Priore considered other plans and concepts. A big box retailer would also not be feasible because of the lack of necessary space for parking. He instead focused on creating space for smaller retailers to encourage a greater diversity of tenants. Working with a local architect, he determined site layout and architectural style. Permitting took about 18 months. The property’s location in the Highway Business District meant that mixed-use development was already allowed, and parking was set at one space for every 200 square feet of retail, typical of suburban communities in the area. Residential parking was incorporated within the structure of the building on the first floor. Both the town planner and, critically, the planning board were supportive of the vision. The Town of Dedham provided input that helped inform and strengthen the project, including ensuring sufficient open space and pedestrian connectivity. The entire process, including construction, took three years, with a summer 2019 opening.
The development, known as Dior Dedham, contains 48 apartments and 8,500 square feet of retail space. The building is four stories facing Providence Highway and five in the rear due to slope change. The building mass is broken up into a series of smaller bays, incorporates high-quality materials, and contains abundant windows on the ground floor to activate the space. The building is buffered from busy and congested Providence Highway by landscape bedding and trees, along with parking in the front. Because of the auto-centric nature of Providence Highway, the development focuses the pedestrian connection on the other side toward Legacy Place. The residences are concentrated on the rear of the property, as furthest removed from noisy Providence Highway and connected to Whole Foods and Legacy Place with enhanced pedestrian links.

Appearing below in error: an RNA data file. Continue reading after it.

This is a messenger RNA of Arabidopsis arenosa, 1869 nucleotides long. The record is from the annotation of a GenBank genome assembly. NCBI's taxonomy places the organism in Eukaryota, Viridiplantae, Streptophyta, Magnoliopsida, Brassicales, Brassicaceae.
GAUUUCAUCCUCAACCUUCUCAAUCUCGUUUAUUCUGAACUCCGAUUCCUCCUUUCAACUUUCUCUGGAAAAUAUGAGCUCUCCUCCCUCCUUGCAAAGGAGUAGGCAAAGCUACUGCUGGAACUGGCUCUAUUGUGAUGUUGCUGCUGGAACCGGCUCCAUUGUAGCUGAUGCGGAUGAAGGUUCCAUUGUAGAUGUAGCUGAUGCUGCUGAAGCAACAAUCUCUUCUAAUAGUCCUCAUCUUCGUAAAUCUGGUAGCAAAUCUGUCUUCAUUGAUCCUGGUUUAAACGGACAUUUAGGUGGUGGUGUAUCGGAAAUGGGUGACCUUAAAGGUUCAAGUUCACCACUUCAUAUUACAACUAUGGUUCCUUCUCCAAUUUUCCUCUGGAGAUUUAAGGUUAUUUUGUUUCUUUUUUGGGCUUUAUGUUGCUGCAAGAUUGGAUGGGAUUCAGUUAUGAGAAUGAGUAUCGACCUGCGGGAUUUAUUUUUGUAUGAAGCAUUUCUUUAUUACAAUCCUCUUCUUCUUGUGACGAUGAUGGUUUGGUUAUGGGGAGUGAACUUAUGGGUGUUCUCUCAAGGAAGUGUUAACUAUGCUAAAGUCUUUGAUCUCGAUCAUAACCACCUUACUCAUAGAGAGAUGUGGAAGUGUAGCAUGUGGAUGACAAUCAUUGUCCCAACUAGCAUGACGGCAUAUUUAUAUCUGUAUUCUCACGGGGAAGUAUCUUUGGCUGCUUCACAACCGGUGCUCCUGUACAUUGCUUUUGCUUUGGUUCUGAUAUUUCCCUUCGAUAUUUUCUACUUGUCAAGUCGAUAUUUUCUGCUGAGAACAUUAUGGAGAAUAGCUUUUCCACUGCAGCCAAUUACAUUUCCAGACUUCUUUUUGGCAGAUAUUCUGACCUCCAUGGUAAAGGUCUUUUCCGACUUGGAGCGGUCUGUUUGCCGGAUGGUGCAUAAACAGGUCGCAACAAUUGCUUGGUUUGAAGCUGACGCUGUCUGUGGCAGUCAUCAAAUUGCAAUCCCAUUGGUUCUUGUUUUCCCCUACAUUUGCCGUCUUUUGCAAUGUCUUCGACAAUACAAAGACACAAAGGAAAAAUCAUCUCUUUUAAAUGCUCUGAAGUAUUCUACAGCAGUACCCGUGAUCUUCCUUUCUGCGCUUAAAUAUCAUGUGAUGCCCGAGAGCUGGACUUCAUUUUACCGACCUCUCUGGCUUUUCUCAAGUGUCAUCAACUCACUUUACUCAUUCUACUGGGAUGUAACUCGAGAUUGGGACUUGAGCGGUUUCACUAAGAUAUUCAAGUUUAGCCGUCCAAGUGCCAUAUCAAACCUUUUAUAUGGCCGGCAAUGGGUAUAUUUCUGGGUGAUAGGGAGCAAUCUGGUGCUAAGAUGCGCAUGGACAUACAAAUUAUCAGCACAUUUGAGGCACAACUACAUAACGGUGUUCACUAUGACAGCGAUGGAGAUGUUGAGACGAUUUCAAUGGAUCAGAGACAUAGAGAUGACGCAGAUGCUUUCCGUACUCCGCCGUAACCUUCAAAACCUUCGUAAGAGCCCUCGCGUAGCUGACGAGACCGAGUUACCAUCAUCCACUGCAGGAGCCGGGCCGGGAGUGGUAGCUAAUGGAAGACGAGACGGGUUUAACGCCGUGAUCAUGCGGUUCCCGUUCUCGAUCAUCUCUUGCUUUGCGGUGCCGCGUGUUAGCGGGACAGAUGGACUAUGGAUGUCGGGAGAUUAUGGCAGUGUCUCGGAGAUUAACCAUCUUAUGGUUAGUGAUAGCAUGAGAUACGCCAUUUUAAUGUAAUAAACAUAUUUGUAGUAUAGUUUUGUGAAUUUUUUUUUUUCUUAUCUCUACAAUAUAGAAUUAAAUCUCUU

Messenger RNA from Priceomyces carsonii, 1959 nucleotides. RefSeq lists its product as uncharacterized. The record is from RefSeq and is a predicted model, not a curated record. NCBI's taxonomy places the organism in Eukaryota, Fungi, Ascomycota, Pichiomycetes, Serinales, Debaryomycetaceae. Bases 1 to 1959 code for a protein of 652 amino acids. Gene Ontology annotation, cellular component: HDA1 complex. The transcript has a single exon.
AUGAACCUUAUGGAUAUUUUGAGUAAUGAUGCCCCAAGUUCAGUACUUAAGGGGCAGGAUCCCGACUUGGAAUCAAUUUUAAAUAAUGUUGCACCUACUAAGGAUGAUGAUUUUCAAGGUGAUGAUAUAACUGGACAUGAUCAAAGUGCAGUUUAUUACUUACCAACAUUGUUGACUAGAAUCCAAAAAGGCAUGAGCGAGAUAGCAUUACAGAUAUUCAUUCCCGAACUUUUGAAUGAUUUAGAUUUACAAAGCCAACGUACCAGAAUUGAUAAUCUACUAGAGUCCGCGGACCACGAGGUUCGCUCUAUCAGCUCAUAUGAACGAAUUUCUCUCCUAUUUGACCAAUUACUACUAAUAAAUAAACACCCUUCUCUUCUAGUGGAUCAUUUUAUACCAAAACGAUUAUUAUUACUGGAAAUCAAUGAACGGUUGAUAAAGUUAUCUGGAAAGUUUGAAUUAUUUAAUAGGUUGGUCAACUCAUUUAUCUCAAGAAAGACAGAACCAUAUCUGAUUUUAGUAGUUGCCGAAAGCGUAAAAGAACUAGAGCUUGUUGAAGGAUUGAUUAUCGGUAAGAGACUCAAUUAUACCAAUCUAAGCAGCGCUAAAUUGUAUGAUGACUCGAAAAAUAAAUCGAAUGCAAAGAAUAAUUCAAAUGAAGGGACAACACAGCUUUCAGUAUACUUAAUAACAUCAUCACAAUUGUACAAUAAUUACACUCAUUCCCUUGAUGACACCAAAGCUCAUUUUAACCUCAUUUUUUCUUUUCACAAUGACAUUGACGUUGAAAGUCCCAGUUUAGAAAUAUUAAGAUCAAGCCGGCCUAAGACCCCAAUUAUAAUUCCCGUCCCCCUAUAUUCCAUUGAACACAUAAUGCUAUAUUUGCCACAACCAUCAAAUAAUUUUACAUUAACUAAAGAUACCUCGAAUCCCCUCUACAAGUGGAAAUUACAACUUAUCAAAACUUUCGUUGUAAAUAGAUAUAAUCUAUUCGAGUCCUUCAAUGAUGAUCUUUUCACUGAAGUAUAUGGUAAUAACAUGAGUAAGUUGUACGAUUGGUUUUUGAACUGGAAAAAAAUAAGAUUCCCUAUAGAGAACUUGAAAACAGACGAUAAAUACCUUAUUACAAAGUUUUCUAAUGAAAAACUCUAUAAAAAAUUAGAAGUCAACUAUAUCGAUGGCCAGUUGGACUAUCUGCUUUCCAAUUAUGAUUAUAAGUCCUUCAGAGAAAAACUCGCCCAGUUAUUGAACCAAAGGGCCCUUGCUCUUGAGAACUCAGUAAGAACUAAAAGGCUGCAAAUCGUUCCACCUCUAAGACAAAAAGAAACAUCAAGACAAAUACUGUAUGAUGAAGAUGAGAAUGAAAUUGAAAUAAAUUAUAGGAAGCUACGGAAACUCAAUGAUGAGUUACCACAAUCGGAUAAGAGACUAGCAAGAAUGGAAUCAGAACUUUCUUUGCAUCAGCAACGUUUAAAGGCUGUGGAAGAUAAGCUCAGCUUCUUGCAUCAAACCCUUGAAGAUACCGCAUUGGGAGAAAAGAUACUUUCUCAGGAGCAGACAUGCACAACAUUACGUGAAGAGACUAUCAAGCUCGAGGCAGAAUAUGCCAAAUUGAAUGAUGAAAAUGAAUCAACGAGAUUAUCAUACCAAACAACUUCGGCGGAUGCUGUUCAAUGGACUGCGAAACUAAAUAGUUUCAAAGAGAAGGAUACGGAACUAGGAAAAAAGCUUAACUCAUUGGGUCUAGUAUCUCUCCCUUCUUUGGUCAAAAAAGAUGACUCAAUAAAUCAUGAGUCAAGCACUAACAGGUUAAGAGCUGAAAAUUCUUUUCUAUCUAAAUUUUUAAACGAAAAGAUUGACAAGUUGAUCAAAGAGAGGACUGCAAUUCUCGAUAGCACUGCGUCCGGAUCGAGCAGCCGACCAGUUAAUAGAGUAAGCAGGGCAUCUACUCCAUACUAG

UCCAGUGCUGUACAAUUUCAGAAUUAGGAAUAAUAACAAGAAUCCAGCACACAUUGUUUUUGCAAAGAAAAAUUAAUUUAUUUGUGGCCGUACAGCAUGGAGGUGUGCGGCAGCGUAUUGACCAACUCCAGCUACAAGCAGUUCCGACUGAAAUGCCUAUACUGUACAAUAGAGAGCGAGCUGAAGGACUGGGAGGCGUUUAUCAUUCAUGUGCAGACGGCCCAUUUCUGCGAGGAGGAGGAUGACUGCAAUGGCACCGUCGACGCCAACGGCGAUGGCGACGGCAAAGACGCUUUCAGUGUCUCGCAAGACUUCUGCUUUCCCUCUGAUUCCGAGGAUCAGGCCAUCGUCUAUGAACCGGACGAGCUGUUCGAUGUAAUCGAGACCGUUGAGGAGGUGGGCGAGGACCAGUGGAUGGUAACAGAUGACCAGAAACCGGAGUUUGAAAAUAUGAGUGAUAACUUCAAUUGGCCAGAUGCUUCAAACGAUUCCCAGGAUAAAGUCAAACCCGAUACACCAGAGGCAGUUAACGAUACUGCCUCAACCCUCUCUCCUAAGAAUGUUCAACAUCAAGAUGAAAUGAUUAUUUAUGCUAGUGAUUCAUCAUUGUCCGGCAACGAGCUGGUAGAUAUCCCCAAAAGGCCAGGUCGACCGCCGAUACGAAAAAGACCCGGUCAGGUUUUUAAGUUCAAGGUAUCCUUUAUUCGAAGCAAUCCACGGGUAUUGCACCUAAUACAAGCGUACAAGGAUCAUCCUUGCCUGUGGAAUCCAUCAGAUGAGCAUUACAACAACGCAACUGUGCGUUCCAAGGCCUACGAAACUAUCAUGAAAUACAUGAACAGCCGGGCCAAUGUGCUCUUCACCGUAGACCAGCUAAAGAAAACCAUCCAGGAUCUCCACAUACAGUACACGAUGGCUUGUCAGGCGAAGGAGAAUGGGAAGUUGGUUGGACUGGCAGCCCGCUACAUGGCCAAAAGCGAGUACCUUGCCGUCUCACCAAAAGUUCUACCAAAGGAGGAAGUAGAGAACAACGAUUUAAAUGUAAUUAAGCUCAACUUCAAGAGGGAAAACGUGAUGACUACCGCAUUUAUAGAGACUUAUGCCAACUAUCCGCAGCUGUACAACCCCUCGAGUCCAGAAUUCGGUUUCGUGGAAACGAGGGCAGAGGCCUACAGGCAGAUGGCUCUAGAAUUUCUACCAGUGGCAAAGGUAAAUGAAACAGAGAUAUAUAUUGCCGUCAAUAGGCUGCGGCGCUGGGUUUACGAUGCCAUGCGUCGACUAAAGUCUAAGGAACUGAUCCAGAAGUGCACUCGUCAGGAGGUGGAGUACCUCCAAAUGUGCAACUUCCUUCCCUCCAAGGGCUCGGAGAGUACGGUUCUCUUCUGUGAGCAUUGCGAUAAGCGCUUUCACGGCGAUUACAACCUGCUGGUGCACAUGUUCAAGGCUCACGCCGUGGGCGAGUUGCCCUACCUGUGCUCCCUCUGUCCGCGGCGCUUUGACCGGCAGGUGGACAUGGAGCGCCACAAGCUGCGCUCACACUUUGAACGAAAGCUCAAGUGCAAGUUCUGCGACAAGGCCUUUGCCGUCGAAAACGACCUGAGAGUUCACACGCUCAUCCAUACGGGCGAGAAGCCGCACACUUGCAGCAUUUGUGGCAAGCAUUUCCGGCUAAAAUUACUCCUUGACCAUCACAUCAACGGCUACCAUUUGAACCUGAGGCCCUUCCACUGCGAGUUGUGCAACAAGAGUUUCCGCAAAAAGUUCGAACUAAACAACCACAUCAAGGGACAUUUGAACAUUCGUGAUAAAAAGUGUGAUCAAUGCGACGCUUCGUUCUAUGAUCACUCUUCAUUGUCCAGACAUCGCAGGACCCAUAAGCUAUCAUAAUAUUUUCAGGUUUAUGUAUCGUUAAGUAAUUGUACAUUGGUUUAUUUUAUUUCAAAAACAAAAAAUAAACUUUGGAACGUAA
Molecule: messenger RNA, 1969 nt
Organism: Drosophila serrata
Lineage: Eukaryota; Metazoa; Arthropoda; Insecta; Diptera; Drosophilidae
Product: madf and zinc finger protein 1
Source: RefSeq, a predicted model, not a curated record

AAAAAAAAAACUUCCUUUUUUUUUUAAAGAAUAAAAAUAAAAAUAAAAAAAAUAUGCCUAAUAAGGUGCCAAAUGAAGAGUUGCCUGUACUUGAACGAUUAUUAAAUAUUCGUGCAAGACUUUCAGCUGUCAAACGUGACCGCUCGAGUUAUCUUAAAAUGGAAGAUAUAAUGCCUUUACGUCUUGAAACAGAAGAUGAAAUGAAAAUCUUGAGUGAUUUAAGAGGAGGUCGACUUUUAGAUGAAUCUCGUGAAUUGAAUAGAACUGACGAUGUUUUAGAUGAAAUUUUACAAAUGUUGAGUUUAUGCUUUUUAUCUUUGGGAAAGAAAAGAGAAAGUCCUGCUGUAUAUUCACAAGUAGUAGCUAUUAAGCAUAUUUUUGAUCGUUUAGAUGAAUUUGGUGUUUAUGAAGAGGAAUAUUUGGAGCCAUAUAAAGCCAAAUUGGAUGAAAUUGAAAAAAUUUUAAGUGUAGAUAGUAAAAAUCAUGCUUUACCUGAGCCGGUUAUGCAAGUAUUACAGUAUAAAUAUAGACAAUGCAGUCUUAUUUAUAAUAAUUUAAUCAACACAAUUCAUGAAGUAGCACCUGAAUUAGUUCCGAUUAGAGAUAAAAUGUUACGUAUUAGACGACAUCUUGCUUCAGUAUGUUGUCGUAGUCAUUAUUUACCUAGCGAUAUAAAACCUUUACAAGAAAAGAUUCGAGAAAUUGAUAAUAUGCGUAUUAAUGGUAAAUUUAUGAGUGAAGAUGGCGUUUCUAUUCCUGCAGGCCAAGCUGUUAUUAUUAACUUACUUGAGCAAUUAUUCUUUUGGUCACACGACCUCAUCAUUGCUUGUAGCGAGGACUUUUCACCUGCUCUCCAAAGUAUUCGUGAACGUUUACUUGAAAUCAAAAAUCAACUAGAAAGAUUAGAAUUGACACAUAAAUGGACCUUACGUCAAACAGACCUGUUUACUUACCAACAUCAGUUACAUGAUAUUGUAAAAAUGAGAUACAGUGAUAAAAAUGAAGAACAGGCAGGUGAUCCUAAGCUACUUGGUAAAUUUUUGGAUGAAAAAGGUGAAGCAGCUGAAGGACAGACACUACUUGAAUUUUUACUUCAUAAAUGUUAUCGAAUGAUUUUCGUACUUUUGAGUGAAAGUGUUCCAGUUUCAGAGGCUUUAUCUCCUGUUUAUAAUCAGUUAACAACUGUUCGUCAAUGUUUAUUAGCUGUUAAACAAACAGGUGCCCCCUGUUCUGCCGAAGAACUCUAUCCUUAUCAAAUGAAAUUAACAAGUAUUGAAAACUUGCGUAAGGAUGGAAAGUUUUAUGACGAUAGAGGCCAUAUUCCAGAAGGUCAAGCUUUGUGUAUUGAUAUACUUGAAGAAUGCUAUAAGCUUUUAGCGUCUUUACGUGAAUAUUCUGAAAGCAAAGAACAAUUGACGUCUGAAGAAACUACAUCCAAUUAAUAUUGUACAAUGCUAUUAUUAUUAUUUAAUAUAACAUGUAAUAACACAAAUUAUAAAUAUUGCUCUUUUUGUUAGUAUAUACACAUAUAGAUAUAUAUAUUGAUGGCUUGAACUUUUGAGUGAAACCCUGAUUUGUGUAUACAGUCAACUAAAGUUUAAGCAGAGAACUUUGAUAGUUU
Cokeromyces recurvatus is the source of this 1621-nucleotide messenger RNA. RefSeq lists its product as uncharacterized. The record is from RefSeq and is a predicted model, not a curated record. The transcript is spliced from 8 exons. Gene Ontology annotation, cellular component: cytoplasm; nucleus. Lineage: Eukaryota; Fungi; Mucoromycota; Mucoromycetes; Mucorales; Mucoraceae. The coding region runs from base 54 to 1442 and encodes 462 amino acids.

Keys to success for this project:
Use local help. The biggest advantage to doing a project in Dedham is using the attorneys and architects who already know the town. They know what the town is expecting, have relationships with important stakeholders and decision makers, and can navigate local politics.
Get access to cash. Given the bank’s requirements, it was critical to find a partner who had the liquid assets needed as collateral. In addition, Priore and his partner spent tens of thousands of dollars on various costs before even knowing if the project would move forward.
Have patience. Although the town was supportive of the project and there was little community opposition, there was red tape to overcome, daunting for a new developer.
When possible, work within existing zoning. By proposing a development that aligned with existing zoning, the owner was able to move the project much more quickly and avoid a potentially insurmountable roadblock.
Learn, learn, learn. Although Priore is not a developer by trade, he spent the time to understand the types of programs that are in high demand, the elements that make for a successful project, and the going rents for various uses.
Leverage planning studies. The two recent planning studies provided both a vision and market analysis for this area, allowing Priore to confirm his own analysis regarding the demand for a mixed-use development adjacent to Legacy Place and the commuter rail station.
For more case studies like this, download Reclaiming the Strip Mall: A Common Suburban Form, Transformed, by Christopher Kuschel. Download the report here.